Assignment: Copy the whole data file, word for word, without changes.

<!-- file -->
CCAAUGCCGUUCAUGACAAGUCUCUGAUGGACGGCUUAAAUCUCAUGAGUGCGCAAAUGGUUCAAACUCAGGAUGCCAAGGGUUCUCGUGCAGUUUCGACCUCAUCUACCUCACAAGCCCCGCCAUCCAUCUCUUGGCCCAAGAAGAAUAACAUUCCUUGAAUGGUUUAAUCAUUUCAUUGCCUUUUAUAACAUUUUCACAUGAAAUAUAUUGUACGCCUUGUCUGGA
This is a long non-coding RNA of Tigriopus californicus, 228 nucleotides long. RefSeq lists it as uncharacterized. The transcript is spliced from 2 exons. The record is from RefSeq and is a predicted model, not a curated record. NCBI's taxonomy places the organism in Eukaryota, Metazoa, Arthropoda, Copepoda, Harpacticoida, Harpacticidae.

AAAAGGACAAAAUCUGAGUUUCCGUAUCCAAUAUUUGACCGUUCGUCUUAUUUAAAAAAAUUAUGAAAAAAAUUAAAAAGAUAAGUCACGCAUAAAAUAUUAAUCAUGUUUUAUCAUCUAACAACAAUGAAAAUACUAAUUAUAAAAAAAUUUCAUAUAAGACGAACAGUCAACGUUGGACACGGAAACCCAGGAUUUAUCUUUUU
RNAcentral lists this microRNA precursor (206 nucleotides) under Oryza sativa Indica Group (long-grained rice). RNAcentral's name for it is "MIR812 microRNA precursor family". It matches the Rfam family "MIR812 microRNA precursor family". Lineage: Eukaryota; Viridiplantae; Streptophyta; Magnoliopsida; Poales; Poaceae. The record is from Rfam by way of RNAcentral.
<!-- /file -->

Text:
CCAAUGCCGUUCAUGACAAGUCUCUGAUGGACGGCUUAAAUCUCAUGAGUGCGCAAAUGGUUCAAACUCAGGAUGCCAAGGGUUCUCGUGCAGUUUCGACCUCAUCUACCUCACAAGCCCCGCCAUCCAUCUCUUGGCCCAAGAAGAAUAACAUUCCUUGAAUGGUUUAAUCAUUUCAUUGCCUUUUAUAACAUUUUCACAUGAAAUAUAUUGUACGCCUUGUCUGGA
This is a long non-coding RNA of Tigriopus californicus, 228 nucleotides long. RefSeq lists it as uncharacterized. The transcript is spliced from 2 exons. The record is from RefSeq and is a predicted model, not a curated record. NCBI's taxonomy places the organism in Eukaryota, Metazoa, Arthropoda, Copepoda, Harpacticoida, Harpacticidae.

AAAAGGACAAAAUCUGAGUUUCCGUAUCCAAUAUUUGACCGUUCGUCUUAUUUAAAAAAAUUAUGAAAAAAAUUAAAAAGAUAAGUCACGCAUAAAAUAUUAAUCAUGUUUUAUCAUCUAACAACAAUGAAAAUACUAAUUAUAAAAAAAUUUCAUAUAAGACGAACAGUCAACGUUGGACACGGAAACCCAGGAUUUAUCUUUUU
RNAcentral lists this microRNA precursor (206 nucleotides) under Oryza sativa Indica Group (long-grained rice). RNAcentral's name for it is "MIR812 microRNA precursor family". It matches the Rfam family "MIR812 microRNA precursor family". Lineage: Eukaryota; Viridiplantae; Streptophyta; Magnoliopsida; Poales; Poaceae. The record is from Rfam by way of RNAcentral.